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Júlio Cerdeira

— Performer and creator —

A speaker subtly gets closer and closer, sliding. Our attention is focused on anything else. We're surprised by its position on stage, although we don't realize that it is moving. We hear a text about Bach's vision loss at the end of his life, unaware that vision can also be an act of attention and direction. We are too focused on the construction of a sculpture or on a mobile phone that rings sporadically that we don’t realize the most unusual action that is taking place in front our eyes: the slow movement of an object from which we do not expect any displacement.

The best choreographic movements are usually imperceptible, lying in the uncertainty of seeing. It is only when the movement is already expressive that we do realize that it exists, and that we have been in a partial blindness state until then. But there is in the uncertainty of seeing a blurred poetry. The process of losing visual acuity seems distressing to Bach, but it may act as another way of understanding reality. It makes it less clear, incomplete, undefined or undetermined. This is also one of the dimensions of art: an object or an incomplete practice, a materiality full of fissures, of small pots for individual or collective germination.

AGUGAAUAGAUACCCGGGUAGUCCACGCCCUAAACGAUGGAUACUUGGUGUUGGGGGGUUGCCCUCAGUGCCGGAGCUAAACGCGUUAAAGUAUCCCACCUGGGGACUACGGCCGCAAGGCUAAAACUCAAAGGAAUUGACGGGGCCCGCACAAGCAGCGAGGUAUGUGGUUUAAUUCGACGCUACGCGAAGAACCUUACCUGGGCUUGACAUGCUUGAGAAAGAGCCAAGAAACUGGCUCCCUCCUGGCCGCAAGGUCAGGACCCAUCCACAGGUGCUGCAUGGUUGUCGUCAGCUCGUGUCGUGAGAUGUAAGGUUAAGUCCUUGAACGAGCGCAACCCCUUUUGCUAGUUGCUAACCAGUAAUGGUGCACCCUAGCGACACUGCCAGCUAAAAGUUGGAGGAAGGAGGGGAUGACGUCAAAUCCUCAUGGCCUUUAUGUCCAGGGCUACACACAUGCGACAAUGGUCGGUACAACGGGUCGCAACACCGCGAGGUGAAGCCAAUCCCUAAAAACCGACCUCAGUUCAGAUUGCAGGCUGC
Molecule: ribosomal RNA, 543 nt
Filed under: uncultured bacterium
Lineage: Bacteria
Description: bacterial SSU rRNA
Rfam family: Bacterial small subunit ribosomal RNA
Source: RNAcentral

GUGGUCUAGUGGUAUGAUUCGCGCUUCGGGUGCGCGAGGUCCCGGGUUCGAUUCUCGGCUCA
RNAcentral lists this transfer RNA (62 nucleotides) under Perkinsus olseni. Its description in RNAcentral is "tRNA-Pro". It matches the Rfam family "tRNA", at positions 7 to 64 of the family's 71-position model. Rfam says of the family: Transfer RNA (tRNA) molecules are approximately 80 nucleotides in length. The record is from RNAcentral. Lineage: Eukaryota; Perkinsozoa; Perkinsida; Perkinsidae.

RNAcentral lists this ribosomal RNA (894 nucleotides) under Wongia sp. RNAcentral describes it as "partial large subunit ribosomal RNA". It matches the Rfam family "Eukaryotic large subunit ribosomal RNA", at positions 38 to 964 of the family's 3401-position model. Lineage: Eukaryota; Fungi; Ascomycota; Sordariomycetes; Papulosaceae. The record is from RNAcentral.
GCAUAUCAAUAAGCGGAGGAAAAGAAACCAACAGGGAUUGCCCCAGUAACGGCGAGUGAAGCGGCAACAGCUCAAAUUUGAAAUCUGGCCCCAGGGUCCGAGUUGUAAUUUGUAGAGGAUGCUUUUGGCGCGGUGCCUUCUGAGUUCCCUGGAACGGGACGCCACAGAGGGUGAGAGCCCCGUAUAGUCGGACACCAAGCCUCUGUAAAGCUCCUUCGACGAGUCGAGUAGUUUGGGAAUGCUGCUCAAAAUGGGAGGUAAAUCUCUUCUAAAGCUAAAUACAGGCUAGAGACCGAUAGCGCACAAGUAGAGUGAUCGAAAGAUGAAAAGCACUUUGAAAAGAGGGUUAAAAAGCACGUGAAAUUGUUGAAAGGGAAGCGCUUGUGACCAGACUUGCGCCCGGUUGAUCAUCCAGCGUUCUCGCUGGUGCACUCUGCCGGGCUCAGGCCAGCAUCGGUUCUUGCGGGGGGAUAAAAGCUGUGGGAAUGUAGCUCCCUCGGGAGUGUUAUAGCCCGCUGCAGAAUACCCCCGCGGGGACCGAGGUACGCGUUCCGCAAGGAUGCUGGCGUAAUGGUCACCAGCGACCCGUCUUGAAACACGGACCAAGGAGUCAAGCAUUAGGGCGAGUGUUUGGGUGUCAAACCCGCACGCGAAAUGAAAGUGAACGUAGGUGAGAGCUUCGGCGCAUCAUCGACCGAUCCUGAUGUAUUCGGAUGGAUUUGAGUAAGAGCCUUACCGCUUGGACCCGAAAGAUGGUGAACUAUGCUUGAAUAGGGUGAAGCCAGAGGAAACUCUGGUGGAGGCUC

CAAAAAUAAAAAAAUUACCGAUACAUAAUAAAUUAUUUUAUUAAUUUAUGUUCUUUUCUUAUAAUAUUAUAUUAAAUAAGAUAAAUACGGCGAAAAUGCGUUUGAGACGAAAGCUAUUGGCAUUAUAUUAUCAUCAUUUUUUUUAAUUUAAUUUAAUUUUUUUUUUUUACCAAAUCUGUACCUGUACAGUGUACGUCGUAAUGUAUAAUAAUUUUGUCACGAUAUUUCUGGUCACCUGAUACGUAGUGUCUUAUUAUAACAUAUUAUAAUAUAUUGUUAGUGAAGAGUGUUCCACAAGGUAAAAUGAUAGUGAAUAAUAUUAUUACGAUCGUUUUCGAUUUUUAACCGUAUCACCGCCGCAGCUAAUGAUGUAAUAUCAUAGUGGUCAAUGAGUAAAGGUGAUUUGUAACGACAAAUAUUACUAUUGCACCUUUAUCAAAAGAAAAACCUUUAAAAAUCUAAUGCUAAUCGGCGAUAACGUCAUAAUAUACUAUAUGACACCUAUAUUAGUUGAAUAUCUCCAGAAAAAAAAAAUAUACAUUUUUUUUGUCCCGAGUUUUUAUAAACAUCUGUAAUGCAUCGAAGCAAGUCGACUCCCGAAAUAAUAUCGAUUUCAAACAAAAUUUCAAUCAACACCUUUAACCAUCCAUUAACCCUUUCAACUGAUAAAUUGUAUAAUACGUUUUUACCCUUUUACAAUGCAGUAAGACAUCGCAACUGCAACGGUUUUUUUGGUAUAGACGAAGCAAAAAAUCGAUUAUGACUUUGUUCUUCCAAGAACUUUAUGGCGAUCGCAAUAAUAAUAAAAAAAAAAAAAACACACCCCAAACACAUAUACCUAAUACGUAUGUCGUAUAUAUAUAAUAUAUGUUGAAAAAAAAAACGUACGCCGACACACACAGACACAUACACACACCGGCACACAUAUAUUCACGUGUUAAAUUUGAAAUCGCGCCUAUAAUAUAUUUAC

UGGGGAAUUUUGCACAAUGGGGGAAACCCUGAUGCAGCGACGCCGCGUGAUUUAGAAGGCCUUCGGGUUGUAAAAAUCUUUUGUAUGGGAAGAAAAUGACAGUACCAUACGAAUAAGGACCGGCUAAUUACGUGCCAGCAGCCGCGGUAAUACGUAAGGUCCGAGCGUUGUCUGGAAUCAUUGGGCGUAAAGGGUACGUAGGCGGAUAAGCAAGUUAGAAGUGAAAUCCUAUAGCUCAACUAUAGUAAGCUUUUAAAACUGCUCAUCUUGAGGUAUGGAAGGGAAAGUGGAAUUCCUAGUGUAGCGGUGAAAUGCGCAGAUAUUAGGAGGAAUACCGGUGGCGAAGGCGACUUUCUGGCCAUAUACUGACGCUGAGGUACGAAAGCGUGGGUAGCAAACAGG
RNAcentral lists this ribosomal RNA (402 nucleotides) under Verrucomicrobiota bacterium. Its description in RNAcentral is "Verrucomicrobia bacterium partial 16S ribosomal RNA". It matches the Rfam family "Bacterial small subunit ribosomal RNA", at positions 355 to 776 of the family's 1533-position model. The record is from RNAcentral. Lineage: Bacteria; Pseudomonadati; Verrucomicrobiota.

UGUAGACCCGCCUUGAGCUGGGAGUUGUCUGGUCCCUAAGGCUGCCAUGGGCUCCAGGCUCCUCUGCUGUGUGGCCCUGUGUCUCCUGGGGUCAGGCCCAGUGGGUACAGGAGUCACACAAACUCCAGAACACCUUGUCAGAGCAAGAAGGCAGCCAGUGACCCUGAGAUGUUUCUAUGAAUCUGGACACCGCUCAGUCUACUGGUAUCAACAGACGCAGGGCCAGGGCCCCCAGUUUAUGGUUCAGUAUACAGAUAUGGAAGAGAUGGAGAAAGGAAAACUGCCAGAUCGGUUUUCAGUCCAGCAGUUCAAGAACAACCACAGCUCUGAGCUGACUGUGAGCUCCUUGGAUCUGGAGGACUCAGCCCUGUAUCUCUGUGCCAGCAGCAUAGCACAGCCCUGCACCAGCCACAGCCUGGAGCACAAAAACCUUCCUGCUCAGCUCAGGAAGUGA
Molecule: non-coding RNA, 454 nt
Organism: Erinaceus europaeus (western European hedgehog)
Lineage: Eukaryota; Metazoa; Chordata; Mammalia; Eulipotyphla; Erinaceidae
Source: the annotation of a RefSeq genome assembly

When we are faced with this inevitable "need to complete the incomplete", we realize that it is desirable that we do not always try to do so, keeping the artistic objects open to shard, mystery, a cumulative of hypothetical scenarios or the absence of them. Ironically, after showing us that this exercise is necessary, Matija answers a phone call, leaving us uncertain about the episode that his brother has just reported to him. Seconds later, we understand that we have fallen again into the unnecessary habit of completing the incomplete. Throughout the three hours of "St. Matthew Passion", we continue this process of unconscious filling and its constant refusal, throughout a pile of autobiographical objects, stories about death, genealogies, injury reports and zoologies.

In a deambulatory choreography composed of images of death and suffering, Matija Ferlin organizes and combines theatrical gestures of despair towards the greatest symbol of scenic conclusion and death - a bow. However, it is in the verbal and silent moments of the body that the most interesting side of this work is revealed, in this incomplete choreography only enunciated by words. And it takes different forms: an enumeration of painful injuries, therapies and physical exercises collected over the years, a detailed description of a virtuous choreography performed when he was young, as well as multiple narrations about death in the World War II. All this always combined with simple and precise actions. It is with this verbal suggestion of gesture, movement, pain and biography, that an open choreography is written: a blind movement of valorization of incompleteness.